February 16, 2016
Home builder sentiment slipped a bit in February due to the high costs and lack of availability of lots and labor, though the reading still remains positive. The National Association of Home Builders Housing Market Index fell three points to 58 in February, below the 60 expected and down from 60 in January. Any number over 50 indicates that more builders view conditions as good than poor. Builders have expressed optimism that sales will pick up in the coming months.
The manufacturing sector continues to underperform the rest of the economy due to a stronger dollar, which makes goods pricier along with weak demand from overseas. The Empire State Manufacturing Index has come in at -16.64 in February, well below the -9.9 expected, but above the -19.4 registered in January. This was the seventh straight month of contractions. Within the report it showed that the number of employee’ index improved, though overall employment remained relatively the same.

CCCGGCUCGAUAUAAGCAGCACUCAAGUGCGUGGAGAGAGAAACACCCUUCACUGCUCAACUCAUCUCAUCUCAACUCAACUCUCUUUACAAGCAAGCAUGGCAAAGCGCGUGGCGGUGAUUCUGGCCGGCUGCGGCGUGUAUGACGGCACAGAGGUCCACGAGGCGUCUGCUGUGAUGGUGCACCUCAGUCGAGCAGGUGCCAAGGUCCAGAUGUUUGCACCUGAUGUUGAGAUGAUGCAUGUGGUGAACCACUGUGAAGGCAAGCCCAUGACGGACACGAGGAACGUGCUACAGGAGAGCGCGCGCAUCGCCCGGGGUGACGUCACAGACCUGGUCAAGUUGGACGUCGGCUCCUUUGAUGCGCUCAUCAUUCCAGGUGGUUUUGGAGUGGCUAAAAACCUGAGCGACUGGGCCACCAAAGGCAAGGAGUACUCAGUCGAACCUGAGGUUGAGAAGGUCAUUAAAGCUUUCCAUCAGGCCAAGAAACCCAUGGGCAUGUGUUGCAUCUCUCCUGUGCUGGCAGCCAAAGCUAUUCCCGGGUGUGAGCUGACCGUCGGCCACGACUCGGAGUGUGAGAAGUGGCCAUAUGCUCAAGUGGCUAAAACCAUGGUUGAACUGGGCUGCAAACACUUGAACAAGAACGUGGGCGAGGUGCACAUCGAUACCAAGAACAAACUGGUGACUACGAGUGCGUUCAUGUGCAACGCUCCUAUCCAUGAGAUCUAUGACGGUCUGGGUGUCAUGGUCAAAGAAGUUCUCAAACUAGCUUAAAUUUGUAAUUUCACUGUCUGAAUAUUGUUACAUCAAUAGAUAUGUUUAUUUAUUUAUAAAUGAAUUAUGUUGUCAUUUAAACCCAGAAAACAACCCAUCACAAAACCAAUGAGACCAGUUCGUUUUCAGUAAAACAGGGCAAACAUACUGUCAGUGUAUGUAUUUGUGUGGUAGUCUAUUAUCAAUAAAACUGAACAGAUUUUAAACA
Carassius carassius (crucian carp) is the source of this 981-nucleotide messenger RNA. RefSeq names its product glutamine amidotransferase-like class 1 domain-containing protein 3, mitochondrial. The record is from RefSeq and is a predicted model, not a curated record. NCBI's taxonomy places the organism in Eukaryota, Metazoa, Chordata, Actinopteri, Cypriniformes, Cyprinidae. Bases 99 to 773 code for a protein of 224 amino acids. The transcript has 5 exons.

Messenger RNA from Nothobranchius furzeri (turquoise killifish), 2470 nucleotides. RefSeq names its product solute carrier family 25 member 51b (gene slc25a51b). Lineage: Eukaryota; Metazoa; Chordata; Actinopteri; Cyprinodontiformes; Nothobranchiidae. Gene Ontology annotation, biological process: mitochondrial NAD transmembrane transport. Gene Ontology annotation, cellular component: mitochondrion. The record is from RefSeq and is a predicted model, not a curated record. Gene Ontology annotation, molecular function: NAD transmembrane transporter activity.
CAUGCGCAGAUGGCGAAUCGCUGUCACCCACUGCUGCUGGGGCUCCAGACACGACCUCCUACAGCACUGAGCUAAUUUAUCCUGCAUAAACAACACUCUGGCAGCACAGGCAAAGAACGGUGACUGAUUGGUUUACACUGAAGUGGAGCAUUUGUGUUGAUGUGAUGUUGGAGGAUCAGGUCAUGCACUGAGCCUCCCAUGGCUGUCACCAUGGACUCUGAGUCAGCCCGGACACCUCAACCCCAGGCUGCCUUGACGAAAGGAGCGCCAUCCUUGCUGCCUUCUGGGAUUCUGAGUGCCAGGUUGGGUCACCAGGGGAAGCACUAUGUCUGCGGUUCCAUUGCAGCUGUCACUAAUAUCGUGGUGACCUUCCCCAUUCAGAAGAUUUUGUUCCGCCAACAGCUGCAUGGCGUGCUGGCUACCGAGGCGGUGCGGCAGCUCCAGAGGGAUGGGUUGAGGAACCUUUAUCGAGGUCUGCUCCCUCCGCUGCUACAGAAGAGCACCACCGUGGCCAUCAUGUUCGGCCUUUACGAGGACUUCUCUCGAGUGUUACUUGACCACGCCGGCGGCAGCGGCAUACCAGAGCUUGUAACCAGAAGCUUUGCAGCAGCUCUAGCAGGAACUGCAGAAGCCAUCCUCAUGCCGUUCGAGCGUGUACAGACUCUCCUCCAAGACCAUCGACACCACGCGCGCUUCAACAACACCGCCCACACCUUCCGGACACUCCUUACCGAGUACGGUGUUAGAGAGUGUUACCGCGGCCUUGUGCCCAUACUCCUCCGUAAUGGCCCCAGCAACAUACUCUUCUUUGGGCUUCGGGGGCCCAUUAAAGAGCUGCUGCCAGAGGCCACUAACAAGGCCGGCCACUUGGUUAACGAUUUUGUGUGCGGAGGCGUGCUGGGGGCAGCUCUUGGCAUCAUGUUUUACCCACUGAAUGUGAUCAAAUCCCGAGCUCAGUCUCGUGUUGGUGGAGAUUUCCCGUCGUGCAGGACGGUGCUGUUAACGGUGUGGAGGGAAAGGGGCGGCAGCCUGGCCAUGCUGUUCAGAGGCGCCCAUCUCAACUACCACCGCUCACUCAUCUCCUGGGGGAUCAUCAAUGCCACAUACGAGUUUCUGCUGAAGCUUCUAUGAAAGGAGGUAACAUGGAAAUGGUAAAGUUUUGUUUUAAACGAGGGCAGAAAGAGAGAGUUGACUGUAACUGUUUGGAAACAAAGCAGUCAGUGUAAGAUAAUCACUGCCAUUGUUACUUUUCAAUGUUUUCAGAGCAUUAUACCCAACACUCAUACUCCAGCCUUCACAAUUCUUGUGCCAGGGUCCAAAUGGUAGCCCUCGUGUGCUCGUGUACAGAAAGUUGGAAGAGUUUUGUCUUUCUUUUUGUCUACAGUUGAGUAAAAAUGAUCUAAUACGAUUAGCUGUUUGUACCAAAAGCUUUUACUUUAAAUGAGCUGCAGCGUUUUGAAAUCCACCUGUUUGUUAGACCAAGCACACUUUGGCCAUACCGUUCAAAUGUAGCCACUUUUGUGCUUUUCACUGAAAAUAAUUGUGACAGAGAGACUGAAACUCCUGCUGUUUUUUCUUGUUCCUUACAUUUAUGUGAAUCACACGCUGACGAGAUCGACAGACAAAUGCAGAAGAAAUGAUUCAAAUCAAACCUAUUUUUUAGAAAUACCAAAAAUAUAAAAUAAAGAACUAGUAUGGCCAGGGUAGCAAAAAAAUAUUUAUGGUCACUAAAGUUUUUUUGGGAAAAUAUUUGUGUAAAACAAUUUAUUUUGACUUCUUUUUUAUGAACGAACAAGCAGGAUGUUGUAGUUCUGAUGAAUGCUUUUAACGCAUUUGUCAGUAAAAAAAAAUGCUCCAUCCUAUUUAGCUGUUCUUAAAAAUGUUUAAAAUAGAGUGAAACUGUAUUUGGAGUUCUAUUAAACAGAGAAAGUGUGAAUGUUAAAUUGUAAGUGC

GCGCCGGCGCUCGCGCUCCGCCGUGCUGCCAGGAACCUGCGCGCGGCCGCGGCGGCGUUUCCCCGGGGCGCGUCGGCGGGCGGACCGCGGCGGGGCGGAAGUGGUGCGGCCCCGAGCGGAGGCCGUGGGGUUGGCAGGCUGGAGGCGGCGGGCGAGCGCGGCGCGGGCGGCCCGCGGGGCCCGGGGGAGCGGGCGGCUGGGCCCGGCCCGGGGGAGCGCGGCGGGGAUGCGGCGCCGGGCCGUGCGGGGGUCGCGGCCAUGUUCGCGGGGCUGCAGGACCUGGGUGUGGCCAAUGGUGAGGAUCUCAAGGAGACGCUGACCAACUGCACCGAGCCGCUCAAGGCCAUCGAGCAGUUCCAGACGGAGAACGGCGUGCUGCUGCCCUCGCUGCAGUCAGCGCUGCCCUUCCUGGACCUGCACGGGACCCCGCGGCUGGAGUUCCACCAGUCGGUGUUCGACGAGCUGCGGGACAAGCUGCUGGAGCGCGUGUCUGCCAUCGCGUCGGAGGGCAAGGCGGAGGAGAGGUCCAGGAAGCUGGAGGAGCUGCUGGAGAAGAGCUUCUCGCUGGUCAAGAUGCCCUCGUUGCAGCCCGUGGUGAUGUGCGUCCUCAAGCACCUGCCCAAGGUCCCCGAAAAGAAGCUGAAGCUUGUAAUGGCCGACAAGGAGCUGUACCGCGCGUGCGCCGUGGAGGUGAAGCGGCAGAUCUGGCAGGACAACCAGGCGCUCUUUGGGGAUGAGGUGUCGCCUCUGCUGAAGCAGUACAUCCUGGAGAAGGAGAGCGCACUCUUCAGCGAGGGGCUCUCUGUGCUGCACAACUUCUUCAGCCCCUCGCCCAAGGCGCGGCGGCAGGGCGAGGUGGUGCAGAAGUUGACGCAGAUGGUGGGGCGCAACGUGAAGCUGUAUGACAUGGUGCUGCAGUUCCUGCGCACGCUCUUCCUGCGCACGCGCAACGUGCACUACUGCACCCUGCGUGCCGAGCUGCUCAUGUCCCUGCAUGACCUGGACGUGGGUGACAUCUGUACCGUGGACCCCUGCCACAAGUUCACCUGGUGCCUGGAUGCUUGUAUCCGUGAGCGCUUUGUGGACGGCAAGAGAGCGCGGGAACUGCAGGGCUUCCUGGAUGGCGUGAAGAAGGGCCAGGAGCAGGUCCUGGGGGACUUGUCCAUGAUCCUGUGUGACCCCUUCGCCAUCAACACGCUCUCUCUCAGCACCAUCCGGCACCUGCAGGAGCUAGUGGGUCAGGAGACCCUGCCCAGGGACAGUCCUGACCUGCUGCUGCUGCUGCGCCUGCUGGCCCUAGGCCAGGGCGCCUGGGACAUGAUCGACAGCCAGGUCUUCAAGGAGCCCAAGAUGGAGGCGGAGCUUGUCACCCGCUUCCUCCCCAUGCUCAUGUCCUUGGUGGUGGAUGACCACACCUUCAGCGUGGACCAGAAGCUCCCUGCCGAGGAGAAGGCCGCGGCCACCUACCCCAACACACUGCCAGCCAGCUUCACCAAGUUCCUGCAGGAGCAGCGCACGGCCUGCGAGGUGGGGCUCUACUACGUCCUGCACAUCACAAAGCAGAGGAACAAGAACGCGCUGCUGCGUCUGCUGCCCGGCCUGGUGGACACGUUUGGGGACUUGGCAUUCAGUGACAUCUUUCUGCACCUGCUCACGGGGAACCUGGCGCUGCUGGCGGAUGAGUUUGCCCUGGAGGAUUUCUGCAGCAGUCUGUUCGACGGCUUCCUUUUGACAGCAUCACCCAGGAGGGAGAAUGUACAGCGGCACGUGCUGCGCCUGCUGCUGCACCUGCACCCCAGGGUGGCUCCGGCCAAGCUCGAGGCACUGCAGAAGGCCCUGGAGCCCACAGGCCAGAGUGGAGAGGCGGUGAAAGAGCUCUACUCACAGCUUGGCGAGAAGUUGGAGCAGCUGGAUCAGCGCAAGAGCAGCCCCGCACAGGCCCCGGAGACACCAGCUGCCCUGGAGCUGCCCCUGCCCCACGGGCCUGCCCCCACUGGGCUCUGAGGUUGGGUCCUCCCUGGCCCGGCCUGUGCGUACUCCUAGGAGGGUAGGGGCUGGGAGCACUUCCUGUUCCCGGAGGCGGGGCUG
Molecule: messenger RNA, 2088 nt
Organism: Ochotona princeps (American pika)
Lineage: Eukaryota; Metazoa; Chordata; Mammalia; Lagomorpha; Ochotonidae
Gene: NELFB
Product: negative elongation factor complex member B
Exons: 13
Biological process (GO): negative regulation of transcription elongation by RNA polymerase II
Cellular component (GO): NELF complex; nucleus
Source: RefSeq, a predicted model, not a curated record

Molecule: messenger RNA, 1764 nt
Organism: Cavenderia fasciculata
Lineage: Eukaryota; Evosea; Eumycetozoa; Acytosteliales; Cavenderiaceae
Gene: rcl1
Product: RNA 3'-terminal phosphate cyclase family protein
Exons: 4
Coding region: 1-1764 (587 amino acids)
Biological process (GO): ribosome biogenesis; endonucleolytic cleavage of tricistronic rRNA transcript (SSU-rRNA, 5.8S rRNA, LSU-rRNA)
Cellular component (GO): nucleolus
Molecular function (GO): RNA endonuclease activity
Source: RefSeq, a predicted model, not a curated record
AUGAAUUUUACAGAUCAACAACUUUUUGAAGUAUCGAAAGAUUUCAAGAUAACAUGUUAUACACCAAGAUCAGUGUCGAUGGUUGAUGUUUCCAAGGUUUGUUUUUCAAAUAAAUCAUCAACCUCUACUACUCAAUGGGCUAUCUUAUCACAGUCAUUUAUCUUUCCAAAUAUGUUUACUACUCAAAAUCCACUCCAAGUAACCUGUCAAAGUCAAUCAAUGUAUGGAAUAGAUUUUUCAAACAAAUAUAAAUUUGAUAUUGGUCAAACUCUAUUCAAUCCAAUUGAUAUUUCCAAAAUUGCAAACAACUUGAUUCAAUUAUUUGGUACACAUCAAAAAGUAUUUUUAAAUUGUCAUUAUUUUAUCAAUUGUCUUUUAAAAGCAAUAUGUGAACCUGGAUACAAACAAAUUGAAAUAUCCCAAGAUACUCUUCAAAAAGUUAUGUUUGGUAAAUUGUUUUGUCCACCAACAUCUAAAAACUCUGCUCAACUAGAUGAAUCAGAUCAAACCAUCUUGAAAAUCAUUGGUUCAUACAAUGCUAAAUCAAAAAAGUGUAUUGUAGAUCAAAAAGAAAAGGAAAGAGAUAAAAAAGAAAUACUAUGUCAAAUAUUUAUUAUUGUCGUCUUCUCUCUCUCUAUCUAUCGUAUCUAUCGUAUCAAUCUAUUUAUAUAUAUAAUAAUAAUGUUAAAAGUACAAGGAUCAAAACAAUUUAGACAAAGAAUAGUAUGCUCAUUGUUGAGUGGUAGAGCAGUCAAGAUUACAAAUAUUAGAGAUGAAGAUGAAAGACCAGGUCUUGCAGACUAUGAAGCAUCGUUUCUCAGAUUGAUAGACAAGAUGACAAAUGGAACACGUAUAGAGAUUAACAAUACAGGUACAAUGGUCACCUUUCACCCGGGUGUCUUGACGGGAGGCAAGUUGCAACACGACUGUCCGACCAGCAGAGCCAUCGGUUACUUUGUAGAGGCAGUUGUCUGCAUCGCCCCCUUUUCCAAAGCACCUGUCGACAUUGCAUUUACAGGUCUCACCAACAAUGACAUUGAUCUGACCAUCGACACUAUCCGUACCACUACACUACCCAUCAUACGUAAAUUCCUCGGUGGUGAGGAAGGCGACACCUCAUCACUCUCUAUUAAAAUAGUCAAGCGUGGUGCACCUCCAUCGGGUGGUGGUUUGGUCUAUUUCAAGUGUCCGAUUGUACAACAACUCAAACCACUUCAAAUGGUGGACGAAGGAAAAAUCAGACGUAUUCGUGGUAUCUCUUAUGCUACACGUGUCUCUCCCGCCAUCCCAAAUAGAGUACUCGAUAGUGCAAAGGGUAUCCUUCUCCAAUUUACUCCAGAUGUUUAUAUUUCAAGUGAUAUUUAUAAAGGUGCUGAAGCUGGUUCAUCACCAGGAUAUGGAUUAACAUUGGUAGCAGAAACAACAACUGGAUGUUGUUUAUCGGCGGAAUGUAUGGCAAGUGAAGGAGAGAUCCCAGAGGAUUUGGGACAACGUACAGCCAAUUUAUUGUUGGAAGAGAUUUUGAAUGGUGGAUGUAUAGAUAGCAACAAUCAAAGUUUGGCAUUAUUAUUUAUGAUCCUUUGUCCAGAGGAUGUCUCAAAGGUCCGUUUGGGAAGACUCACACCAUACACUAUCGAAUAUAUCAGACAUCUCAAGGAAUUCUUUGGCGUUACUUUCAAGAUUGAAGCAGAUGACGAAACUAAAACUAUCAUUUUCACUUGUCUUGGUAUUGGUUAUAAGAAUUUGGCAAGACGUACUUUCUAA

Oil prices continue to drift lower, despite a proposed freeze in production from Russia, Saudi Arabia, Qatar and Venezuela. Oil prices have sunk 70% since June 2014 due to oversupply and lower demand. The price of West Texas Intermediate fell to $28/barrel in New York trading. A freeze in production is unlikely, says oil analyst Tom Kloza of the Oil Price Information Service. “People recognize that getting those four parties together and actually having a production freeze is a little bit like getting Johnny Manziel and Charlie Sheen to pledge to live very, very clean lives for the next few years,” said Kloza.